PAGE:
Hey TV.com, Should I Watch Syfy's New Supernatural Series Bitten?
Television shows are a dime a dozen these days, which makes it hard to figure out which ones are worthy of your time and which ones deserve a shallow grave. And while there was once a time when just having a 'supernatural' element was enough to make a show unique, now it seems like every time you change the channel, a new vampire or werewolf is brandishing its teeth on your TV screen. Syfy's latest entry into the supernatural monster genre is Bitten, but is it worth watching or should you call the vet to have it put down? Read on and I'll tell ya!
Bitten? This sounds dangerous/possibly infectious. Is it infectious?
Bitten isn't dangerous, but it might be infectious—just not in a Helix sort of way. The series isn't about zombies, as you may've guessed from the title, but werewolves. "Not another one," you groan. Yes, sorry, another one. Bitten is a Canadian import that stars Smallville's Laura Vandervoort as Elena Michaels, the lone female werewolf in existence as she fights to live a normal life away from her pack while hiding her lycanthropic status from her new boyfriend. But when a dead body—the victim of a mutt (a rogue werewolf)—is discovered near Stonehaven, the ancestral home of the pack she left behind, Elena reluctantly returns to aid them in the search for who's responsible.
Who's in the pack, and who's the Alpha behind all of this?
Bitten is based on the first of Kelley Armstrong's Women of the Otherworld novels, and it's executive-produced by Grant Rosenberg (Lost Girl), Patrick Banister (Whistler), and John Barbisan (Whistler). In addition to Vandervoort, the series stars Greg Bryk (XIII: The Series, Nikita) as werewolf pack Alpha Jeremy Danvers, Greyston Holt (Alcatraz) as Elena's werewolf ex-boyfriend Clay Danvers, and Paul Greene (The Newsroom, Harry's Law) as her current human (as far as I know) boyfriend Philip McAdams. Steve Lund, Michael Xavier, Natalie Brown, and Paulino Nunes fill out the rest of the primary cast.
Who might enjoy being Bitten?
Fans of supernatural genre shows are probably the most obvious answer here, but unlike many of the other supernatural series out there, Bitten isn't set in a high school, and there aren't any vampires in sight. That means the series forgoes the customary hormonal angst that often accompanies these kinds of dramas, in favor of a more adult feel. I can't promise there won't be a love triangle down the road, but this is definitely a series that's less concerned with raging teenage hormones than much of its competition. If you like the monsters but can't stand the googly-eyes, you might take a bite out of this one.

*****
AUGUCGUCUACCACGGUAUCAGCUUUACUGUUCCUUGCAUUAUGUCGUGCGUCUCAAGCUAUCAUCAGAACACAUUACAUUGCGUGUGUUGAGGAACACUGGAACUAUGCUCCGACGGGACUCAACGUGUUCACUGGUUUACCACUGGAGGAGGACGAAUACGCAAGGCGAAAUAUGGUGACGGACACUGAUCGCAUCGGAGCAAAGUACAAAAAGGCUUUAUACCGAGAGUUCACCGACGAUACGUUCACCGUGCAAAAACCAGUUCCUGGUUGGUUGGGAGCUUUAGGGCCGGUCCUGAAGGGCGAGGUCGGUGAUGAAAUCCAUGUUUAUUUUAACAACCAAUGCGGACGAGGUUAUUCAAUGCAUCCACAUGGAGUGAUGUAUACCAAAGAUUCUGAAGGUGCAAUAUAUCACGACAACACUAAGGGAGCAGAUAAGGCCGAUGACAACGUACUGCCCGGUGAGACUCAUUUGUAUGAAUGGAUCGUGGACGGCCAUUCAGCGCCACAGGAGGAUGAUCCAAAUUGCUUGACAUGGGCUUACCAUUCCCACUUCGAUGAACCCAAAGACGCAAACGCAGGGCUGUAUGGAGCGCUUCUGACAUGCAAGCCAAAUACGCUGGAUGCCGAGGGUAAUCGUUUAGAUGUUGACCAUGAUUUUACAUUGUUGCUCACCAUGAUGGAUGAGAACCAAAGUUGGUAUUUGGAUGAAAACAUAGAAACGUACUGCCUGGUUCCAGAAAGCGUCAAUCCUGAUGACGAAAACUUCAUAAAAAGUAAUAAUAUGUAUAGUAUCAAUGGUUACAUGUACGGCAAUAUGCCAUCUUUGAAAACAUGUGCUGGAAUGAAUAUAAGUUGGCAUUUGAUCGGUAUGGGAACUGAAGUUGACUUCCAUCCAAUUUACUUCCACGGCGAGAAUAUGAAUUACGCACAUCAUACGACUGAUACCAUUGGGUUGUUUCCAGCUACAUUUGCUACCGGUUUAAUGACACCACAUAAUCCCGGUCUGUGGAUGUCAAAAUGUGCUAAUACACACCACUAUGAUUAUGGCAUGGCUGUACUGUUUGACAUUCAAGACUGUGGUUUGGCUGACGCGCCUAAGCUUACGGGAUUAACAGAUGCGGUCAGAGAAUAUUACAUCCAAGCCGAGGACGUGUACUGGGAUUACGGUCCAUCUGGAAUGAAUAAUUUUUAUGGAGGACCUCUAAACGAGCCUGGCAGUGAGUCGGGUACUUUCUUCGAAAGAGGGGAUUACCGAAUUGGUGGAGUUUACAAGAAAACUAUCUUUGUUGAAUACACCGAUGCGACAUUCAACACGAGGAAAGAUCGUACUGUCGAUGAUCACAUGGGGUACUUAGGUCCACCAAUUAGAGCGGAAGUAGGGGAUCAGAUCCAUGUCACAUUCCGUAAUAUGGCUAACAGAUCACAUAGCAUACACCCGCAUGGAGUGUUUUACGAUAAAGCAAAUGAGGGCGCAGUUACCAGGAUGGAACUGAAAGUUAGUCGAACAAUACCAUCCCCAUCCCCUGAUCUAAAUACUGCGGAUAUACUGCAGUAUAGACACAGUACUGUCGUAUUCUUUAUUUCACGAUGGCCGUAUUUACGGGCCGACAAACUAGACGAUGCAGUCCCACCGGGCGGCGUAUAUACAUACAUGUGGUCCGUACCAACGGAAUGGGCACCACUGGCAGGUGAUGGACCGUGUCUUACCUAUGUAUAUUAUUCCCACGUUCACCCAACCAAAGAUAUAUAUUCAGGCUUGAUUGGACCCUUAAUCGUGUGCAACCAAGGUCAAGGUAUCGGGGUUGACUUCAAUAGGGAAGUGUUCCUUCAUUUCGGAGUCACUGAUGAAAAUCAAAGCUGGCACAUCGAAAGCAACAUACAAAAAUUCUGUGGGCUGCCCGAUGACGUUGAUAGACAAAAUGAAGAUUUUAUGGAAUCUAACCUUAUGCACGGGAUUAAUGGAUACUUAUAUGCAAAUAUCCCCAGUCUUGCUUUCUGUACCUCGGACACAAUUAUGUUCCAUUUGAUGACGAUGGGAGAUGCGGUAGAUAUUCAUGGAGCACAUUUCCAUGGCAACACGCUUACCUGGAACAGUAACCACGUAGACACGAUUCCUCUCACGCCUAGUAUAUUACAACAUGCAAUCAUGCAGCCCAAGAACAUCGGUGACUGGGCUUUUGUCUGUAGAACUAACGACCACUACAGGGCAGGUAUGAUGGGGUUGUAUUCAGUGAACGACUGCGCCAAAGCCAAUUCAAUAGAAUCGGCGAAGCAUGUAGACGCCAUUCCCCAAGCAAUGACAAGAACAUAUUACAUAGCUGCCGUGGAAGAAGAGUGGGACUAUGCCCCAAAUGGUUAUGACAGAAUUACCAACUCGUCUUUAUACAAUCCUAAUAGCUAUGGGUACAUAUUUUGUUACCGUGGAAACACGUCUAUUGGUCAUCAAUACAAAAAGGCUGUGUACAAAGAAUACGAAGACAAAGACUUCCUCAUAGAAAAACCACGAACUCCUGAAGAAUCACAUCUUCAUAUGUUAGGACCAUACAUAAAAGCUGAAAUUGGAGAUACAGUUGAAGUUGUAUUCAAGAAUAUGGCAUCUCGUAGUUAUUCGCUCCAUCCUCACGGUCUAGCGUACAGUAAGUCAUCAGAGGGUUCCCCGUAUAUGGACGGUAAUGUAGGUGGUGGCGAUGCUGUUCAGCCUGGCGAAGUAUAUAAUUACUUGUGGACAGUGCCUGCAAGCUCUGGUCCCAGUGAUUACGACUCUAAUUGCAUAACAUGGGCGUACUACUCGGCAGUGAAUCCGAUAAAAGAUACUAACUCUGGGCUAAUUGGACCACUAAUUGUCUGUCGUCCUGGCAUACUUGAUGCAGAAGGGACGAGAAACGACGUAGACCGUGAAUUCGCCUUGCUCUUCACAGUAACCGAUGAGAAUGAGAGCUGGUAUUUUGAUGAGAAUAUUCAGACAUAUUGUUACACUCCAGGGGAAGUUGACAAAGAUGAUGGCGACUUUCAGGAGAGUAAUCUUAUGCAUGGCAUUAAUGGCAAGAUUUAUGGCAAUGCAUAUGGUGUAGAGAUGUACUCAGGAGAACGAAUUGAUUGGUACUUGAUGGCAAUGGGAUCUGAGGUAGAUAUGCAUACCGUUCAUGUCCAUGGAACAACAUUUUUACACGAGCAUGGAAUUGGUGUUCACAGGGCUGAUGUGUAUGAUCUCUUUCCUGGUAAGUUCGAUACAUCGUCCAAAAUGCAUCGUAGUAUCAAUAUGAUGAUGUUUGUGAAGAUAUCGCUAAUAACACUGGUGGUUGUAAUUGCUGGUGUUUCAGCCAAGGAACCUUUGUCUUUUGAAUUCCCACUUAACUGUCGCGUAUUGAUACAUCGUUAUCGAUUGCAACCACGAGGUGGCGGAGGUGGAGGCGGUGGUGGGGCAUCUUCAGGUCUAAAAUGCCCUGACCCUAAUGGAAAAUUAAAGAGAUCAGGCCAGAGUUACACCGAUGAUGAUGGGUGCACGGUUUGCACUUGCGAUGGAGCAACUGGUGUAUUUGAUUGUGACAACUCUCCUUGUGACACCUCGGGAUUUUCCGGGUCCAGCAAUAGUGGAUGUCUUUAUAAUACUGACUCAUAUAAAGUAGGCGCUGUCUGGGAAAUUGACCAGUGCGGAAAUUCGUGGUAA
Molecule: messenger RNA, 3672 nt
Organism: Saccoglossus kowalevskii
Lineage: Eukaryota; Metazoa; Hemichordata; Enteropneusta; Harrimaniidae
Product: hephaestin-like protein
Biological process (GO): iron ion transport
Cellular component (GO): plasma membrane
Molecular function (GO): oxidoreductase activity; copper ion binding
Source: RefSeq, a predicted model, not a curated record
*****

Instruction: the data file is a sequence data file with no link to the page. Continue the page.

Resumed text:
What's tates good about Bitten?
Believe it or not, there's a lot to like about Bitten, despite its silly name. When the series begins, Vandervoort's Elena is a fully functioning adult who's been a werewolf for several years, so the show doesn't have to bother with letting her figure out how to live with the "affliction." There's no real need to discuss the dramas and perils of what it all means, except for in sessions with her therapist, Logan, who also happens to be a member of Elena's pack. Instead, Bitten can jump right in and let Elena transform within the first few minutes of the pilot, then let viewers follow along from there.
And the lack of teenage angst is definitely a relief, to say the least. The story isn't driven by a love triangle or a forbidden romance, it's driven by an actual plot. And I know this might sound crazy, but it's kind of nice to see a genre show that doesn't also look like its actors were plucked from the pages of an Abercrombie and Fitch catalog. The more adult feel, which is especially obvious in Bitten's sex scenes (which aren't as numerous or as graphic as True Blood's, but also not as shy as the ones you'll see on broadcast), definitely makes the series stand out among its plentiful competition.